Your PPC campaign shouldn’t be static — it needs continuous updates to stay relevant and cost-effective. Luckily, there are a handful of cost-cutting options and strategic ways to keep your budget in check. 

By taking advantage of the available PPC options, features, and possibilities, you can keep your campaign (and your ad spend) in top shape.

This article has been updated and was originally published in October 2014.

Sam Yadegar

Sam Yadegar

Sam Yadegar is the co-founder and CEO of HawkSEM. Starting out as a software engineer, his penchant for solving problems quickly led him to the digital marketing world, where he has been helping clients for over 12 years. He loves doing everything he can to help brands "crush it" through ROI-driven digital marketing programs. He's also a fan of basketball and spending time with his family.

Questions or comments? Join the conversation here!

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Written by Sam Yadegar on Mar 10 , 2021

PPC marketing is a proven way to get fast results. But just like any other strategy, it needs regular tweaking, updating, and optimizing.

Here, you’ll find:

  • Why Google Ads isn’t the only pay-per-click (PPC) player in town
  • Why manual bidding is worth your attention
  • Expert tips on PPC optimization in 2021
  • What Core Web Vitals are and why they matter

We like to say that digital marketing is part art, part science. Sure, there are guidelines, processes, and steps — but without a heavy dose of creativity, your program isn’t likely to beat out the competition. 

Well-versed paid search marketers know this. They also know that experimentation, analysis, and optimization are key components to creating a PPC strategy that isn’t just successful, but lasting too. 

Behaviors, competitors, and algorithms change fast. To stay on top of your game, you have to catch on before someone else does. Let these PPC optimization strategies guide your paid search efforts for the rest of 2021 and beyond.

1. Switch to manual bidding

No matter how stellar your PPC ads are, they won’t achieve proper results without the right bidding strategy. The tactic you choose for your bids depends on your campaign goals.

If you want to achieve the largest number of clicks according to the set budget, you can use the traditional automatic cost-per-click (CPC) bidding system.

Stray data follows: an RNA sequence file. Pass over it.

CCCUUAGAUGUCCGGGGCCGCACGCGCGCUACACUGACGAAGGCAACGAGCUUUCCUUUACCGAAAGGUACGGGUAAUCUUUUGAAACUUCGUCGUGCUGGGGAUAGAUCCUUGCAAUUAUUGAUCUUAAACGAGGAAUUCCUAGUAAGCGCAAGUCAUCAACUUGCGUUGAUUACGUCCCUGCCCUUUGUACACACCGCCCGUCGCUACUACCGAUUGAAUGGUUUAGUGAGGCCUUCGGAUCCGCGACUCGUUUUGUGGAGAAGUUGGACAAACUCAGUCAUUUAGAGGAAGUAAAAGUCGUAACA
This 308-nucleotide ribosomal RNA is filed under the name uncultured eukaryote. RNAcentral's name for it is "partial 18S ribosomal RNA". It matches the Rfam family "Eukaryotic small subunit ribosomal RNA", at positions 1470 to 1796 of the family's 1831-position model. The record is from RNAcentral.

However, allowing Google to do the job for you comes with a couple of downsides. One of them is lack of an easy way to adjust your campaign if it’s not performing properly. Manual bidding can fix this problem. This hands-on, more customized bidding approach:

  • Increases ad visibility
  • Lowers your cost per action (CPA)
  • Allows you to prioritize keywords that convert better

Switching from automatic to manual bidding is an advanced strategy. Often, it requires paying close attention to tactics such as:

  • Focusing on one campaign at a time, since the process can be time-consuming
  • Lowering your bids for keywords that receive solid impressions but don’t generate sales
  • Increasing bids for keywords that convert to increase the position of ads containing them and generate more conversions
  • Choosing the default bid, which is close to the average CPC in your automatic campaigns

When you leverage manual bidding, it’s a good idea to run the manual campaign for a couple of weeks to see if it achieves the goal of lowering CPC and generating sales. 

Pro tip: Manual bidding is great when you need more control over bids. But this strategy also means more time often goes into making sure you’re bidding the right amount at the right time. You can streamline this by setting up automated rules to do things like pause poor performing keywords, raise bids to top of page or first page, raise or lower bids during certain times of day, and more. 

hawksem: ppc optimization blog

Creating an ad group that consists of people who have already visited your landing pages can be the key to improving your conversion rate. (Image via Unsplash)

2. Take advantage of remarketing

Research shows that only about 2% of potential customers convert on their first visit. Does that mean you’re wasting your money on PPC ads? Of course not. You just have to boost their success by pairing them with remarketing (or retargeting) campaigns.

This process involves using ads to follow potential clients who have clicked your ads or visited your site. Placing your ad in front of them serves as a tasteful reminder of the action they may have wanted to take on your website.

Google Ads allows you to segment your remarketing lists to show ads to visitors based on their needs and the landing page the initial PPC ad brought them to. Creating an ad group that consists of people who have already visited your landing pages can be the key to improving your conversion rate.

Pro tip: The minimum audience size for remarketing is 1,000 individual users, which helps Google protect users’ privacy while still allowing you to market to them.

3. Explore Microsoft Ads

Google Ads is an unmistakable leader in the PPC marketing realm. But that doesn’t mean others in the space aren’t worth exploring. For some companies, using Microsoft Advertising can be just the solution they’ve been waiting for.